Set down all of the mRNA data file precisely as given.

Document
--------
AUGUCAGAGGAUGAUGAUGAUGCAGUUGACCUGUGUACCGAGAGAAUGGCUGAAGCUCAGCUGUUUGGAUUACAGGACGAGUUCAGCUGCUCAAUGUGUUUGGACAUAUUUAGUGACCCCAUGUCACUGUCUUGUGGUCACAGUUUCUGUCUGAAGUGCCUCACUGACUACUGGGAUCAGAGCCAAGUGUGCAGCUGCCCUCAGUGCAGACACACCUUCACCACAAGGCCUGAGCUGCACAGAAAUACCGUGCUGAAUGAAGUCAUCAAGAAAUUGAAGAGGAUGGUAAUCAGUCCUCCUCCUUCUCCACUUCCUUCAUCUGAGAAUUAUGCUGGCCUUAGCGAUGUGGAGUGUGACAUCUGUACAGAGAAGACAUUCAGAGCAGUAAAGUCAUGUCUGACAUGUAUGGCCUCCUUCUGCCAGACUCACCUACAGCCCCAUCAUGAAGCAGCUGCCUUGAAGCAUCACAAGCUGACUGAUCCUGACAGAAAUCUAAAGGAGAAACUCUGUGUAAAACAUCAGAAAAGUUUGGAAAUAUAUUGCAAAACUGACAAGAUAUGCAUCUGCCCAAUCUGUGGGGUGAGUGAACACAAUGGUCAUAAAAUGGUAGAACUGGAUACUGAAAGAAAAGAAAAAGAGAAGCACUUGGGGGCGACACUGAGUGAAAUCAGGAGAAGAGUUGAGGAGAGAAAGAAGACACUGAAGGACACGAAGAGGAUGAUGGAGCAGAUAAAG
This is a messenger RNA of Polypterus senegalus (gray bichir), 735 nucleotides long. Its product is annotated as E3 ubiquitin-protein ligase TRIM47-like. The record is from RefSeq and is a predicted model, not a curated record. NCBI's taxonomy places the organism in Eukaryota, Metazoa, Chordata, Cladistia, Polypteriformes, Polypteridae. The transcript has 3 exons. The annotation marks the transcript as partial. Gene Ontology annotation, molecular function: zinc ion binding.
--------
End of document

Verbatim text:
AUGUCAGAGGAUGAUGAUGAUGCAGUUGACCUGUGUACCGAGAGAAUGGCUGAAGCUCAGCUGUUUGGAUUACAGGACGAGUUCAGCUGCUCAAUGUGUUUGGACAUAUUUAGUGACCCCAUGUCACUGUCUUGUGGUCACAGUUUCUGUCUGAAGUGCCUCACUGACUACUGGGAUCAGAGCCAAGUGUGCAGCUGCCCUCAGUGCAGACACACCUUCACCACAAGGCCUGAGCUGCACAGAAAUACCGUGCUGAAUGAAGUCAUCAAGAAAUUGAAGAGGAUGGUAAUCAGUCCUCCUCCUUCUCCACUUCCUUCAUCUGAGAAUUAUGCUGGCCUUAGCGAUGUGGAGUGUGACAUCUGUACAGAGAAGACAUUCAGAGCAGUAAAGUCAUGUCUGACAUGUAUGGCCUCCUUCUGCCAGACUCACCUACAGCCCCAUCAUGAAGCAGCUGCCUUGAAGCAUCACAAGCUGACUGAUCCUGACAGAAAUCUAAAGGAGAAACUCUGUGUAAAACAUCAGAAAAGUUUGGAAAUAUAUUGCAAAACUGACAAGAUAUGCAUCUGCCCAAUCUGUGGGGUGAGUGAACACAAUGGUCAUAAAAUGGUAGAACUGGAUACUGAAAGAAAAGAAAAAGAGAAGCACUUGGGGGCGACACUGAGUGAAAUCAGGAGAAGAGUUGAGGAGAGAAAGAAGACACUGAAGGACACGAAGAGGAUGAUGGAGCAGAUAAAG
This is a messenger RNA of Polypterus senegalus (gray bichir), 735 nucleotides long. Its product is annotated as E3 ubiquitin-protein ligase TRIM47-like. The record is from RefSeq and is a predicted model, not a curated record. NCBI's taxonomy places the organism in Eukaryota, Metazoa, Chordata, Cladistia, Polypteriformes, Polypteridae. The transcript has 3 exons. The annotation marks the transcript as partial. Gene Ontology annotation, molecular function: zinc ion binding.